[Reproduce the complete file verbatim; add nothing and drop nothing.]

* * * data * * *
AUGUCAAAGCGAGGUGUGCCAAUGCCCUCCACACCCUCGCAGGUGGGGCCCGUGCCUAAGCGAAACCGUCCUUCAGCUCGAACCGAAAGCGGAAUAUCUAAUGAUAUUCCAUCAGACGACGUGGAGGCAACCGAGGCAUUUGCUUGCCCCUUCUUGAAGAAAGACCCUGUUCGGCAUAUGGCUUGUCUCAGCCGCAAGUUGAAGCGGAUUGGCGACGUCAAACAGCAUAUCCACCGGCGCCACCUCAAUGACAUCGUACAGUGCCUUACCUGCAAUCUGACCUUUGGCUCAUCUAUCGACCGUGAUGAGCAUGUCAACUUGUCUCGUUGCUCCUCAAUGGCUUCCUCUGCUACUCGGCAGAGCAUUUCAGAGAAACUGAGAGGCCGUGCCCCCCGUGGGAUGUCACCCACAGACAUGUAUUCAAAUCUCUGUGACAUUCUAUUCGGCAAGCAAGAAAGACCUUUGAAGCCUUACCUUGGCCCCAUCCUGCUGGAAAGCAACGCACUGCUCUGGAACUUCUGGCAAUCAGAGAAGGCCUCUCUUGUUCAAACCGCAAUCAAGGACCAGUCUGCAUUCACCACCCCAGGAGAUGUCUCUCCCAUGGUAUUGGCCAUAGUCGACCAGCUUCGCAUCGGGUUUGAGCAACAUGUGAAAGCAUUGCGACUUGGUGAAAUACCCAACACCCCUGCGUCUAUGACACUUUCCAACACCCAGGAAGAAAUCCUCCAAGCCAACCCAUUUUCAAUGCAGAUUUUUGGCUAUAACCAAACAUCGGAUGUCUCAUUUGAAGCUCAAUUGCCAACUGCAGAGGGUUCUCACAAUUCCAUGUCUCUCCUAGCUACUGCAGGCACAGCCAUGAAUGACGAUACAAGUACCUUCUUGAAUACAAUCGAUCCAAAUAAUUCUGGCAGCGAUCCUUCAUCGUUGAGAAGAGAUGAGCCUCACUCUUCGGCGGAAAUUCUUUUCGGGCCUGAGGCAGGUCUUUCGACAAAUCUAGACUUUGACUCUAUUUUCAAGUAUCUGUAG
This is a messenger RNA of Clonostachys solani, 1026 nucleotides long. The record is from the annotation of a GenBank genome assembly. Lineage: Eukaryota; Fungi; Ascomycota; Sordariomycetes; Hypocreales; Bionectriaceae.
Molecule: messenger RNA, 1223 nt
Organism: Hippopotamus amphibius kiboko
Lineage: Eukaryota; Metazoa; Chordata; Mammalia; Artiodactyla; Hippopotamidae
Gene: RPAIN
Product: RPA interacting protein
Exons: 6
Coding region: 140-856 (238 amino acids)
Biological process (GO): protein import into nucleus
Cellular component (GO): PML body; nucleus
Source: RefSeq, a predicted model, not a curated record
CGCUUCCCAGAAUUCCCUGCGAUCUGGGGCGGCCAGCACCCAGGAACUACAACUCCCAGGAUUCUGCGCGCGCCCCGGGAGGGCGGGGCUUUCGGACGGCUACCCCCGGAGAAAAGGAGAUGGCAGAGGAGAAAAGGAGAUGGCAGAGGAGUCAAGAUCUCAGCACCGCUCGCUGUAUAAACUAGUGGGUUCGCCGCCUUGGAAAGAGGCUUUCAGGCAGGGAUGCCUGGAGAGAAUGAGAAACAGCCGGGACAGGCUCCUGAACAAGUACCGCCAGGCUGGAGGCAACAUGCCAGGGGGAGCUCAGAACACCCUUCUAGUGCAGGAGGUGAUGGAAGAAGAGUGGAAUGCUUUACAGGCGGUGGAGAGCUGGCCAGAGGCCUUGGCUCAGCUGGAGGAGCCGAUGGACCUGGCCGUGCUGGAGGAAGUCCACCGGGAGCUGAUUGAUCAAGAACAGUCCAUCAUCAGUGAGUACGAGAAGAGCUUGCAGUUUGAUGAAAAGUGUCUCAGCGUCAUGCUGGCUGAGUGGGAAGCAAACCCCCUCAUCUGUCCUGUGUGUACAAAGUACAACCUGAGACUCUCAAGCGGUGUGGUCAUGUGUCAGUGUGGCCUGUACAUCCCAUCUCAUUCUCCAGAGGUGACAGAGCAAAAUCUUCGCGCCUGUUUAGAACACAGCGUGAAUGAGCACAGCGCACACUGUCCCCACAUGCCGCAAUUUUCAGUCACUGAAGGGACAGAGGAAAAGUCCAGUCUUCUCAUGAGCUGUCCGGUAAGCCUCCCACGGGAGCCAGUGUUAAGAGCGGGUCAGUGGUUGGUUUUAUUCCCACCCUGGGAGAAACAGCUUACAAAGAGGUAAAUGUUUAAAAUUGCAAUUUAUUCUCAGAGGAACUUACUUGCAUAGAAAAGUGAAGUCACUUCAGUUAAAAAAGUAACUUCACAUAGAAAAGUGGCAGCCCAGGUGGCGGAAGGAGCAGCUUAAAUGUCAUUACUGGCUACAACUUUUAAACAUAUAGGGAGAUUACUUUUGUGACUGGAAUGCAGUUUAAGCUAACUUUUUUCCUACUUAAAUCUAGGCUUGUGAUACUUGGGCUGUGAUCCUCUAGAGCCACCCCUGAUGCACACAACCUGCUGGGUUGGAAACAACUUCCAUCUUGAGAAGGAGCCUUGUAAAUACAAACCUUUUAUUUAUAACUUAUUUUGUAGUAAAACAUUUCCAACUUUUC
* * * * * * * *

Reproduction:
AUGUCAAAGCGAGGUGUGCCAAUGCCCUCCACACCCUCGCAGGUGGGGCCCGUGCCUAAGCGAAACCGUCCUUCAGCUCGAACCGAAAGCGGAAUAUCUAAUGAUAUUCCAUCAGACGACGUGGAGGCAACCGAGGCAUUUGCUUGCCCCUUCUUGAAGAAAGACCCUGUUCGGCAUAUGGCUUGUCUCAGCCGCAAGUUGAAGCGGAUUGGCGACGUCAAACAGCAUAUCCACCGGCGCCACCUCAAUGACAUCGUACAGUGCCUUACCUGCAAUCUGACCUUUGGCUCAUCUAUCGACCGUGAUGAGCAUGUCAACUUGUCUCGUUGCUCCUCAAUGGCUUCCUCUGCUACUCGGCAGAGCAUUUCAGAGAAACUGAGAGGCCGUGCCCCCCGUGGGAUGUCACCCACAGACAUGUAUUCAAAUCUCUGUGACAUUCUAUUCGGCAAGCAAGAAAGACCUUUGAAGCCUUACCUUGGCCCCAUCCUGCUGGAAAGCAACGCACUGCUCUGGAACUUCUGGCAAUCAGAGAAGGCCUCUCUUGUUCAAACCGCAAUCAAGGACCAGUCUGCAUUCACCACCCCAGGAGAUGUCUCUCCCAUGGUAUUGGCCAUAGUCGACCAGCUUCGCAUCGGGUUUGAGCAACAUGUGAAAGCAUUGCGACUUGGUGAAAUACCCAACACCCCUGCGUCUAUGACACUUUCCAACACCCAGGAAGAAAUCCUCCAAGCCAACCCAUUUUCAAUGCAGAUUUUUGGCUAUAACCAAACAUCGGAUGUCUCAUUUGAAGCUCAAUUGCCAACUGCAGAGGGUUCUCACAAUUCCAUGUCUCUCCUAGCUACUGCAGGCACAGCCAUGAAUGACGAUACAAGUACCUUCUUGAAUACAAUCGAUCCAAAUAAUUCUGGCAGCGAUCCUUCAUCGUUGAGAAGAGAUGAGCCUCACUCUUCGGCGGAAAUUCUUUUCGGGCCUGAGGCAGGUCUUUCGACAAAUCUAGACUUUGACUCUAUUUUCAAGUAUCUGUAG
This is a messenger RNA of Clonostachys solani, 1026 nucleotides long. The record is from the annotation of a GenBank genome assembly. Lineage: Eukaryota; Fungi; Ascomycota; Sordariomycetes; Hypocreales; Bionectriaceae.
Molecule: messenger RNA, 1223 nt
Organism: Hippopotamus amphibius kiboko
Lineage: Eukaryota; Metazoa; Chordata; Mammalia; Artiodactyla; Hippopotamidae
Gene: RPAIN
Product: RPA interacting protein
Exons: 6
Coding region: 140-856 (238 amino acids)
Biological process (GO): protein import into nucleus
Cellular component (GO): PML body; nucleus
Source: RefSeq, a predicted model, not a curated record
CGCUUCCCAGAAUUCCCUGCGAUCUGGGGCGGCCAGCACCCAGGAACUACAACUCCCAGGAUUCUGCGCGCGCCCCGGGAGGGCGGGGCUUUCGGACGGCUACCCCCGGAGAAAAGGAGAUGGCAGAGGAGAAAAGGAGAUGGCAGAGGAGUCAAGAUCUCAGCACCGCUCGCUGUAUAAACUAGUGGGUUCGCCGCCUUGGAAAGAGGCUUUCAGGCAGGGAUGCCUGGAGAGAAUGAGAAACAGCCGGGACAGGCUCCUGAACAAGUACCGCCAGGCUGGAGGCAACAUGCCAGGGGGAGCUCAGAACACCCUUCUAGUGCAGGAGGUGAUGGAAGAAGAGUGGAAUGCUUUACAGGCGGUGGAGAGCUGGCCAGAGGCCUUGGCUCAGCUGGAGGAGCCGAUGGACCUGGCCGUGCUGGAGGAAGUCCACCGGGAGCUGAUUGAUCAAGAACAGUCCAUCAUCAGUGAGUACGAGAAGAGCUUGCAGUUUGAUGAAAAGUGUCUCAGCGUCAUGCUGGCUGAGUGGGAAGCAAACCCCCUCAUCUGUCCUGUGUGUACAAAGUACAACCUGAGACUCUCAAGCGGUGUGGUCAUGUGUCAGUGUGGCCUGUACAUCCCAUCUCAUUCUCCAGAGGUGACAGAGCAAAAUCUUCGCGCCUGUUUAGAACACAGCGUGAAUGAGCACAGCGCACACUGUCCCCACAUGCCGCAAUUUUCAGUCACUGAAGGGACAGAGGAAAAGUCCAGUCUUCUCAUGAGCUGUCCGGUAAGCCUCCCACGGGAGCCAGUGUUAAGAGCGGGUCAGUGGUUGGUUUUAUUCCCACCCUGGGAGAAACAGCUUACAAAGAGGUAAAUGUUUAAAAUUGCAAUUUAUUCUCAGAGGAACUUACUUGCAUAGAAAAGUGAAGUCACUUCAGUUAAAAAAGUAACUUCACAUAGAAAAGUGGCAGCCCAGGUGGCGGAAGGAGCAGCUUAAAUGUCAUUACUGGCUACAACUUUUAAACAUAUAGGGAGAUUACUUUUGUGACUGGAAUGCAGUUUAAGCUAACUUUUUUCCUACUUAAAUCUAGGCUUGUGAUACUUGGGCUGUGAUCCUCUAGAGCCACCCCUGAUGCACACAACCUGCUGGGUUGGAAACAACUUCCAUCUUGAGAAGGAGCCUUGUAAAUACAAACCUUUUAUUUAUAACUUAUUUUGUAGUAAAACAUUUCCAACUUUUC